My brother just switched from cigarettes to an e-cigarette that uses liquid nicotine. He claims his new habit is no worse than drinking two cups of coffee a day. Really?
There is an abundance of hard science showing that smoking cigarettes is deadly. But cut out the tobacco and the additives, and e-cigarettes are demonstrably less harmful than Camels. Ordinary smokes infamously contain a bevy of nasty ingredients—a little carcinogenic vinyl chloride or toxic arsenic, anyone?—whereas e-cigs employ relatively simple solutions of propylene glycol and nicotine. (Yes, those mixtures contain impurities, including possible carcinogens, but the amounts are minuscule compared with normal cigarettes.) Besides being powerfully addictive, nicotine itself is a stimulant, so your brother’s comparison to coffee is actually pretty accurate.
So e-cigarettes aren’t as bad as their conventional counterparts. But there haven’t yet been any studies to ascertain their long-term health effects. Your brother may feel comfortable assuming that e-cigs are relatively harmless, but over time, research has revealed unanticipated health risks associated with tobacco products. “People used to think that light cigarettes were less dangerous, and boy did we get fooled on that one,” says Thomas Eissenberg, a psychology professor at Virginia Commonwealth University who has studied e-cigarettes.
The good news is that, thanks to thousands of guinea pigs like your brother, we should have decent data on e-cigarette safety in the next 15 to 20 years. If his health is less than tip-top by then, perhaps President Miley Cyrus will consider some stringent regulations.
I use an opt-in mailing list to notify customers about my store’s special deals. If someone unsubscribes, is it creepy for me to email them and politely ask why they left?
The fact that you’re being really creepy shouldn’t be your main concern here. It’s simple: What you’re proposing is actually against the law. The CAN-SPAM Act of 2003 clearly states that once someone opts out of a list, you can contact them only with essential emails about their purchases or account status. No matter how friendly your inquiry, you risk federal penalties if you press the Send button.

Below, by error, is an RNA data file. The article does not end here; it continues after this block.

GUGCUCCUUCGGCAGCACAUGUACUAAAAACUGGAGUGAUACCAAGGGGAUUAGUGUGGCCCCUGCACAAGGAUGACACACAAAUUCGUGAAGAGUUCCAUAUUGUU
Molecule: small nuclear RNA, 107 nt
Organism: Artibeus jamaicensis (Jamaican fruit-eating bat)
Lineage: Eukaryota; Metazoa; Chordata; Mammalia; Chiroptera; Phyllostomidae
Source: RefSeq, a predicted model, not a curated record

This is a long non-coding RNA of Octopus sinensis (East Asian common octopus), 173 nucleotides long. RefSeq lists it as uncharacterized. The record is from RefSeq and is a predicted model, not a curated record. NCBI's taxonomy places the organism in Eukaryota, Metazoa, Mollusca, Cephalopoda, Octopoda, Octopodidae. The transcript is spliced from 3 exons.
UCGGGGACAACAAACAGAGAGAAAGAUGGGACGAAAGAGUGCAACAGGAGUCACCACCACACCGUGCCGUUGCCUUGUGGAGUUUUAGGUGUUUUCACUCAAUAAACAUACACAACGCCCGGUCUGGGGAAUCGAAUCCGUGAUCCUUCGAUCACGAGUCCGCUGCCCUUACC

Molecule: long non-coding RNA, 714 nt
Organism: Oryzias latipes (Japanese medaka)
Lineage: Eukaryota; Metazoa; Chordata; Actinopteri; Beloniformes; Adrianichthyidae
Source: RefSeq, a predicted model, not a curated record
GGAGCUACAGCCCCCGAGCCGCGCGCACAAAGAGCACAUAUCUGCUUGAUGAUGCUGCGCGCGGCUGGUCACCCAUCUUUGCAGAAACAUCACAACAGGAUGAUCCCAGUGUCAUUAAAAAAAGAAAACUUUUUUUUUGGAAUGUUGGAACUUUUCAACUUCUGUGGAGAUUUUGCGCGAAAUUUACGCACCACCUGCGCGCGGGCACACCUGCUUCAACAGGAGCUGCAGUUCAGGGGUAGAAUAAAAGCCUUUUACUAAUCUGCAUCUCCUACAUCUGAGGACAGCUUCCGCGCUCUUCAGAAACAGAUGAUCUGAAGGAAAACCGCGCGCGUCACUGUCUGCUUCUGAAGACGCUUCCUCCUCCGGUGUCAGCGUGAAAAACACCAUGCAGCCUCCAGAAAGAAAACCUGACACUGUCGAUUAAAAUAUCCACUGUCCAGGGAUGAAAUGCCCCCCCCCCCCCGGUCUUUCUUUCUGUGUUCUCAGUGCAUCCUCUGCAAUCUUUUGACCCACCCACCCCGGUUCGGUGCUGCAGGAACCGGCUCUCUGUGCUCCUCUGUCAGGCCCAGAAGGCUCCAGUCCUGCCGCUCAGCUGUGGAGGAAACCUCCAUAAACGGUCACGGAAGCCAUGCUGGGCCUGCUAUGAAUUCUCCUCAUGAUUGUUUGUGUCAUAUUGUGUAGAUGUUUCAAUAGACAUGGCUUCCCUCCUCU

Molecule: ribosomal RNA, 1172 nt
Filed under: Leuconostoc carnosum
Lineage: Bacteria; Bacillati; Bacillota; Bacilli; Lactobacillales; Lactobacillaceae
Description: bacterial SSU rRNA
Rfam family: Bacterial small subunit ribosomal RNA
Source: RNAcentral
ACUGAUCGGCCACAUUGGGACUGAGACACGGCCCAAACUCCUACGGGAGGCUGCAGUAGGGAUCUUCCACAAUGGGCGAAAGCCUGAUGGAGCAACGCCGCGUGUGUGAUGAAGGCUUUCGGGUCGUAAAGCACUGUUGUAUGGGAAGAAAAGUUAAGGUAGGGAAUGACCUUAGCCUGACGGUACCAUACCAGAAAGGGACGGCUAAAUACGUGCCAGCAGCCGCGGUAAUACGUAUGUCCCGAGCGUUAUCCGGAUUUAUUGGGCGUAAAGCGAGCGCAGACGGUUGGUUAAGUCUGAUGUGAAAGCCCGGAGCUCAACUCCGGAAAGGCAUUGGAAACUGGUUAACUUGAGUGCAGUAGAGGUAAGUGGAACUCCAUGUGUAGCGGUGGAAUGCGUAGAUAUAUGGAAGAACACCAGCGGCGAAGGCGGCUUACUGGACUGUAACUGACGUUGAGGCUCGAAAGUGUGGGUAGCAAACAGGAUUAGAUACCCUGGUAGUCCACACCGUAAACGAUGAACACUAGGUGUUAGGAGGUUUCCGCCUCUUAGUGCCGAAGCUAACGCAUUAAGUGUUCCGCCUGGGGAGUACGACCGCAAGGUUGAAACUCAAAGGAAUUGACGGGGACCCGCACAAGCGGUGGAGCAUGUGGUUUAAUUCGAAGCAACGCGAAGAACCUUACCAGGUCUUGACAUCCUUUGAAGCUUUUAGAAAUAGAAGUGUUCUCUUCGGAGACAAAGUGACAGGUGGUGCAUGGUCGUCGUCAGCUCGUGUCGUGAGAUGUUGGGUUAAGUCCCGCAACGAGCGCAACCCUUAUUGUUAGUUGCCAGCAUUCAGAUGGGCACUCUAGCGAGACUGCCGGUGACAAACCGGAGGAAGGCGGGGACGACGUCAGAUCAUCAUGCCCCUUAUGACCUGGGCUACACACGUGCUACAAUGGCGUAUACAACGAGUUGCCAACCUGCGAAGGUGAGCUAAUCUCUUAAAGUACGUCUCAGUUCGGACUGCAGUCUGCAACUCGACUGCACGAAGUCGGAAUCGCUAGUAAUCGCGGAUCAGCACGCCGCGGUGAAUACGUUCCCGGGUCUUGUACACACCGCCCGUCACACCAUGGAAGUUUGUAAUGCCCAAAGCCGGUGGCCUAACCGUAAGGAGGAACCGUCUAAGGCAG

Of course, you’re free to track down that customer on Facebook or Twitter, but that’s definitely not going to do anything to curb your budding reputation as a stalker. “Ask your spouse if it’s weird before you contact the customer,” suggests Simms Jenkins, author of The Truth About Email Marketing. “They’ll know and shoot straight.” If the idea gives your better half the willies, let the customer go—the last thing you want is for your tweet to land on a blog where it will be mercilessly mocked as invasive and desperate.
When I was 15, I pleaded guilty to stealing a car. Will that conviction show up if someone uses an online background-check service to research me?
And to think kids today are content just playing Grand Theft Auto. Lazy bastards. Luckily for those of us who come from a generation with gumption, reputable background checkers generally avoid dredging up evidence of youthful idiocy. Industry titan LexisNexis, for example, states that it’s “standard operating procedure not to report criminal records that indicate an individual was tried in juvenile court [or] sentenced as a juvenile.” But be aware that this policy is entirely a goodness-of-our-hearts sort of thing. Unless you’re vigilant about protecting your juvenile record, an aggressive checker is technically free to tell its clients about your joyride.
What you really need to do is request that your record be sealed. Oh, you assumed it was? Sealing statutes vary from state to state, and your record could be as vulnerable to public viewing as any library book. As long as you’ve had no further run-ins with the law, a court is likely to grant your request to seal. (Keep in mind, though, that sealing doesn’t make your record magically disappear—the government can still peek.)
There’s a slim chance that some tough-yet-lazy background-check firm will neglect to update its database to reflect the sealing, much as credit-reporting bureaus sometimes fail to note when debts have been repaid. But if your brief turn as an aspiring car thief does come to light, try to remember that it’s not the end of the world. Everyone knows from personal experience that the 15-year-old brain is prone to making stupendously awful decisions; don’t get Mr. Know-It-All started on the pellet gun incident.